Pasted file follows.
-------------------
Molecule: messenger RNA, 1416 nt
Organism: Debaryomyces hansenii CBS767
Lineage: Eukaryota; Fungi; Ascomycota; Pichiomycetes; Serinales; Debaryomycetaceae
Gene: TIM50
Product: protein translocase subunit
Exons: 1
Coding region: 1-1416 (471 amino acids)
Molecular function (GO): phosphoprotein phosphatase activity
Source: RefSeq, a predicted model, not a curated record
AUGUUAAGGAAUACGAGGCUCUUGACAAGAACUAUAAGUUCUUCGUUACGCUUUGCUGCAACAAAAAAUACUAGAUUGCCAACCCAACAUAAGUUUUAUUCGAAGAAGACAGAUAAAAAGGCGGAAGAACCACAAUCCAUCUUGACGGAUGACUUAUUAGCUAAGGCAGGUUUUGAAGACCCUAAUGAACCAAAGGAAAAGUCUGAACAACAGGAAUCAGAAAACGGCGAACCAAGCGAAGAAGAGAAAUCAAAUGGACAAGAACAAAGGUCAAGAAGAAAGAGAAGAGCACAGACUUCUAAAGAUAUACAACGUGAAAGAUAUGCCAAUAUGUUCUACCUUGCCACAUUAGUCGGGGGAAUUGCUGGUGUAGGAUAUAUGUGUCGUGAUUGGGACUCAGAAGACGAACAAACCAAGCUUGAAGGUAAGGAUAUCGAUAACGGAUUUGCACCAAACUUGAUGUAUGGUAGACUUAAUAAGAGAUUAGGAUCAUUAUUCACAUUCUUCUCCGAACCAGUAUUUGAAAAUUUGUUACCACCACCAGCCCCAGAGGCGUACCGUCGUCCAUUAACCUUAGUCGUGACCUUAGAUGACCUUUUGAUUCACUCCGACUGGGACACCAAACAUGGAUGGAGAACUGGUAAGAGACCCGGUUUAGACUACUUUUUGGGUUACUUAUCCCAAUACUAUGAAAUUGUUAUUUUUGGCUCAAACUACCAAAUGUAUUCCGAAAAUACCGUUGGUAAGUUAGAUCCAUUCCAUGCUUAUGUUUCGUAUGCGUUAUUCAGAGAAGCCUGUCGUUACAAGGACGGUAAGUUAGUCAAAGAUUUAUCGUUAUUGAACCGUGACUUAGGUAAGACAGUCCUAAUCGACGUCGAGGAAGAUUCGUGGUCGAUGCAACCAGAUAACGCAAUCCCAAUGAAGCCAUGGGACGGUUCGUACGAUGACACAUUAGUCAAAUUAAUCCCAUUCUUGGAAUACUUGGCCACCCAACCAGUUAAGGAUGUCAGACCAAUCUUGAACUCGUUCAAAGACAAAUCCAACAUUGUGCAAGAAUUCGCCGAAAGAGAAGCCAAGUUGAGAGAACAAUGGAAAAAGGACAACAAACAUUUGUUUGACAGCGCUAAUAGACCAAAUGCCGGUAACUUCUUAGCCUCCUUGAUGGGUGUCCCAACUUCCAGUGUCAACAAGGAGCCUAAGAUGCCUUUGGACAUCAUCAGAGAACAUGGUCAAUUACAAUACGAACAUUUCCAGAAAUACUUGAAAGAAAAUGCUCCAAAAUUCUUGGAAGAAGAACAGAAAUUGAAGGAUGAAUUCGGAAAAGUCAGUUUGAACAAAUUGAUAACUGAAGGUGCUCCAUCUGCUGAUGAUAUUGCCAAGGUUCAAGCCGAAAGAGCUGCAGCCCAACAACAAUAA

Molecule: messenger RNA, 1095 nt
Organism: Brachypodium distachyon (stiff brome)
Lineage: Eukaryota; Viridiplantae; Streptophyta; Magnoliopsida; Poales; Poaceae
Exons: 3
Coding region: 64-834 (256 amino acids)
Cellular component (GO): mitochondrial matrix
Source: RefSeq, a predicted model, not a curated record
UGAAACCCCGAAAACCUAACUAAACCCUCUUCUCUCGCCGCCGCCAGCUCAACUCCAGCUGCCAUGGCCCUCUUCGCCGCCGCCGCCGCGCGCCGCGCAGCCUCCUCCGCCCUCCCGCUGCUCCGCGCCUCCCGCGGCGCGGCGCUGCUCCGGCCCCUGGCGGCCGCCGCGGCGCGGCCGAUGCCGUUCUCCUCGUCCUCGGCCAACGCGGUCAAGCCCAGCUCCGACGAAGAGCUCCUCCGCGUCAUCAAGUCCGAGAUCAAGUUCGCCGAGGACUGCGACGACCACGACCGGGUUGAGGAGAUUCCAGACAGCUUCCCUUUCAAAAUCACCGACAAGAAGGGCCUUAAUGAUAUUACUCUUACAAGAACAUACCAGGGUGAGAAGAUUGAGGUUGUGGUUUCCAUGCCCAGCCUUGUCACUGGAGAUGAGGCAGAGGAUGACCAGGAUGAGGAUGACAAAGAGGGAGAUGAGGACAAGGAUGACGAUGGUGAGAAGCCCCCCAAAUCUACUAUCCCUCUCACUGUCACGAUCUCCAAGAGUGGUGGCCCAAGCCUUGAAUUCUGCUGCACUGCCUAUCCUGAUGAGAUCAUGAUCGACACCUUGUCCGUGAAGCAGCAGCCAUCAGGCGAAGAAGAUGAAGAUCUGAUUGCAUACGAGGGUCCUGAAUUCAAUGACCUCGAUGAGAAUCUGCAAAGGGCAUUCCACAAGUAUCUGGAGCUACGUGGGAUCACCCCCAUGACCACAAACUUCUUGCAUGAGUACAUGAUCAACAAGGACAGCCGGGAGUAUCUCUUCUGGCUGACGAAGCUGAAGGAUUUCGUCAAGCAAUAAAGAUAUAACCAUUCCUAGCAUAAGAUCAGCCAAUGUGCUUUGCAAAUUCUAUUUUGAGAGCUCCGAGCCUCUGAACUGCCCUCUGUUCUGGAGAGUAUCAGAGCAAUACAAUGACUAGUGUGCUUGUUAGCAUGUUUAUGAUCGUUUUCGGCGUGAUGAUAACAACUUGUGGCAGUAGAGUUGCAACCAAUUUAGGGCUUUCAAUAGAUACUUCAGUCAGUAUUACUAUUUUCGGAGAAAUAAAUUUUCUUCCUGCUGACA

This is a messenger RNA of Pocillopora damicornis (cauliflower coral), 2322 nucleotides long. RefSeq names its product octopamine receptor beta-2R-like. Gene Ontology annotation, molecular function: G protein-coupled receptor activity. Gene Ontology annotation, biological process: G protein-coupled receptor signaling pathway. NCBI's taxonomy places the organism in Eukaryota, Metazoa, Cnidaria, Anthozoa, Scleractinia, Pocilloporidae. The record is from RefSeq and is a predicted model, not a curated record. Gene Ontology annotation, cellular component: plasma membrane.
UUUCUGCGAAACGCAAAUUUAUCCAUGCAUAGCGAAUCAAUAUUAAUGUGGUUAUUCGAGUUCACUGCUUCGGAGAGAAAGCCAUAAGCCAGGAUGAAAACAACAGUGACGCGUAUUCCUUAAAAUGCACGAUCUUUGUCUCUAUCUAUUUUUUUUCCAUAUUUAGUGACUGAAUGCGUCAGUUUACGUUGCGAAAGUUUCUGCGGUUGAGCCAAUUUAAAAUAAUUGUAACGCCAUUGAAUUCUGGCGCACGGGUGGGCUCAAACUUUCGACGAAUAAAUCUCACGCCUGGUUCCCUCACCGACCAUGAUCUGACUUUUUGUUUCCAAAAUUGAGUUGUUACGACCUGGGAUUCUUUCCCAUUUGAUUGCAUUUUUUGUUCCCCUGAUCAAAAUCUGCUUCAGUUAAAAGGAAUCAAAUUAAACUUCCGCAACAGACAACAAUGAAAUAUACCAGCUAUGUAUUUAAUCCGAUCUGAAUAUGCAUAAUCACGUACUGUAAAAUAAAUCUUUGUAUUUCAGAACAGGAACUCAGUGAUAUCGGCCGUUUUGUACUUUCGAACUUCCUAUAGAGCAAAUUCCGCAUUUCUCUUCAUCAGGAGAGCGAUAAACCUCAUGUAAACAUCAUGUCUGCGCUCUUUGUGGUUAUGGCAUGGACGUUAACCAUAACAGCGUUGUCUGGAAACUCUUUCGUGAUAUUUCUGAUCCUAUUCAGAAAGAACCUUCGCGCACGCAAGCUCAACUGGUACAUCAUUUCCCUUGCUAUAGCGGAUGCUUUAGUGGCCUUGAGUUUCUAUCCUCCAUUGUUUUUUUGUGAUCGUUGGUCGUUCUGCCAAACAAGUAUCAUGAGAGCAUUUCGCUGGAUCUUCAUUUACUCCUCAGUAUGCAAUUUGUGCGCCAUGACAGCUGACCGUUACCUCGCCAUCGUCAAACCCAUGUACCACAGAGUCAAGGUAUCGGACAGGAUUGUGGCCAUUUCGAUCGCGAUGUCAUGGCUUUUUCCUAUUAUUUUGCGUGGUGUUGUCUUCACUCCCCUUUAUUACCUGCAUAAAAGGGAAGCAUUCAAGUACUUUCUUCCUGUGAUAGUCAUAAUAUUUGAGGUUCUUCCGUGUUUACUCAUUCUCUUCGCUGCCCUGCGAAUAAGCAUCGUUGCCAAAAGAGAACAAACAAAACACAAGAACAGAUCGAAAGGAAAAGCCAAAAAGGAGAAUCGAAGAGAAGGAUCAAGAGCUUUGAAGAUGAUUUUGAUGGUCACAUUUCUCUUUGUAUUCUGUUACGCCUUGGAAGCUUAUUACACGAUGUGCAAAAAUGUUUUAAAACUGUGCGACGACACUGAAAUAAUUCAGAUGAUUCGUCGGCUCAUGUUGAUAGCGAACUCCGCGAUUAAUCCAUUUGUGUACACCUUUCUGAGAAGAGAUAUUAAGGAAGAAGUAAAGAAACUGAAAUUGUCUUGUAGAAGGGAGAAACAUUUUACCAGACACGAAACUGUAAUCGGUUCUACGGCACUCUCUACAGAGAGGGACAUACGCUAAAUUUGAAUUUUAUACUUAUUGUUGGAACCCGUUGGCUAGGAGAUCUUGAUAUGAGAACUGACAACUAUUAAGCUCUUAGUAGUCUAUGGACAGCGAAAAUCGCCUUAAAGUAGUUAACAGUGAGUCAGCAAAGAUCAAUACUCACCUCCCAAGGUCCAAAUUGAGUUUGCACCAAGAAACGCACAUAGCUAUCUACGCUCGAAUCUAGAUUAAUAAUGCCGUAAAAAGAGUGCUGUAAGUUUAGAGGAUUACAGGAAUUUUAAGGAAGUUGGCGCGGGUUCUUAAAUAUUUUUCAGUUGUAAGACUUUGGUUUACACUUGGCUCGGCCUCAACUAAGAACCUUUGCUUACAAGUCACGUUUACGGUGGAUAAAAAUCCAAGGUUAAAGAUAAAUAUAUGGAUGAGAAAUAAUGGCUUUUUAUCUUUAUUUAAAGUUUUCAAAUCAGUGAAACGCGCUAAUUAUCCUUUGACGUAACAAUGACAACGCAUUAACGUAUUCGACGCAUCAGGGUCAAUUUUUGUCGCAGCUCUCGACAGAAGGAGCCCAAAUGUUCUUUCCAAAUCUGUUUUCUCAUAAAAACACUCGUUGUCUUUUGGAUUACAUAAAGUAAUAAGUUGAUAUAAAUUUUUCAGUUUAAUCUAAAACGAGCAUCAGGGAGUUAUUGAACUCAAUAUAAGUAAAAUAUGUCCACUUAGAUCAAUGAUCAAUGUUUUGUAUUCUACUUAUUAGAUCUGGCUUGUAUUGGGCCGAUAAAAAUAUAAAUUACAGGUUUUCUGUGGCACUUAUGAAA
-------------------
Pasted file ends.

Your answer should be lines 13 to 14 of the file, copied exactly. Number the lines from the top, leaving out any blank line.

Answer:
Lineage: Eukaryota; Viridiplantae; Streptophyta; Magnoliopsida; Poales; Poaceae
Exons: 3